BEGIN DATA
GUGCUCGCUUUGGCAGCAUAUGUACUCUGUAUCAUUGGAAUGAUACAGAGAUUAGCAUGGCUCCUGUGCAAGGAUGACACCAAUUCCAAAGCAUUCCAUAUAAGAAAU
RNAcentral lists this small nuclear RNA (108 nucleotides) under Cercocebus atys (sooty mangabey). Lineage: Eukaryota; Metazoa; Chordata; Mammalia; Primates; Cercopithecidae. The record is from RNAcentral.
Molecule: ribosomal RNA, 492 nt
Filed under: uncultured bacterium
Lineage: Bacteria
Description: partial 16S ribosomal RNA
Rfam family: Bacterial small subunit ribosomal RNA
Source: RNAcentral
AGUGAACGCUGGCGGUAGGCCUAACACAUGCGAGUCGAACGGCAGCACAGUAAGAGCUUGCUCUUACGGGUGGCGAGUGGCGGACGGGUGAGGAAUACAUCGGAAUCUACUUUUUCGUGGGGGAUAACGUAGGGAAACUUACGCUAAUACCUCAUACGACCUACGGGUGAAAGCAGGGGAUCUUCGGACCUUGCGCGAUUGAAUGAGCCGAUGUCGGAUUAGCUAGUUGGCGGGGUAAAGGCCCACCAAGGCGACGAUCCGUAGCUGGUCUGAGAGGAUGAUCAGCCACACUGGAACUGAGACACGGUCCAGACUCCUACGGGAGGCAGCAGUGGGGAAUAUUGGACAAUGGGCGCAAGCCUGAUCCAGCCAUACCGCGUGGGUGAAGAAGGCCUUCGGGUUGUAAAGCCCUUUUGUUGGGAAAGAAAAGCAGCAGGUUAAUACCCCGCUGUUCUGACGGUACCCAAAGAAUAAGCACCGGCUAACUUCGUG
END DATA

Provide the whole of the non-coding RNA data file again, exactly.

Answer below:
GUGCUCGCUUUGGCAGCAUAUGUACUCUGUAUCAUUGGAAUGAUACAGAGAUUAGCAUGGCUCCUGUGCAAGGAUGACACCAAUUCCAAAGCAUUCCAUAUAAGAAAU
RNAcentral lists this small nuclear RNA (108 nucleotides) under Cercocebus atys (sooty mangabey). Lineage: Eukaryota; Metazoa; Chordata; Mammalia; Primates; Cercopithecidae. The record is from RNAcentral.
Molecule: ribosomal RNA, 492 nt
Filed under: uncultured bacterium
Lineage: Bacteria
Description: partial 16S ribosomal RNA
Rfam family: Bacterial small subunit ribosomal RNA
Source: RNAcentral
AGUGAACGCUGGCGGUAGGCCUAACACAUGCGAGUCGAACGGCAGCACAGUAAGAGCUUGCUCUUACGGGUGGCGAGUGGCGGACGGGUGAGGAAUACAUCGGAAUCUACUUUUUCGUGGGGGAUAACGUAGGGAAACUUACGCUAAUACCUCAUACGACCUACGGGUGAAAGCAGGGGAUCUUCGGACCUUGCGCGAUUGAAUGAGCCGAUGUCGGAUUAGCUAGUUGGCGGGGUAAAGGCCCACCAAGGCGACGAUCCGUAGCUGGUCUGAGAGGAUGAUCAGCCACACUGGAACUGAGACACGGUCCAGACUCCUACGGGAGGCAGCAGUGGGGAAUAUUGGACAAUGGGCGCAAGCCUGAUCCAGCCAUACCGCGUGGGUGAAGAAGGCCUUCGGGUUGUAAAGCCCUUUUGUUGGGAAAGAAAAGCAGCAGGUUAAUACCCCGCUGUUCUGACGGUACCCAAAGAAUAAGCACCGGCUAACUUCGUG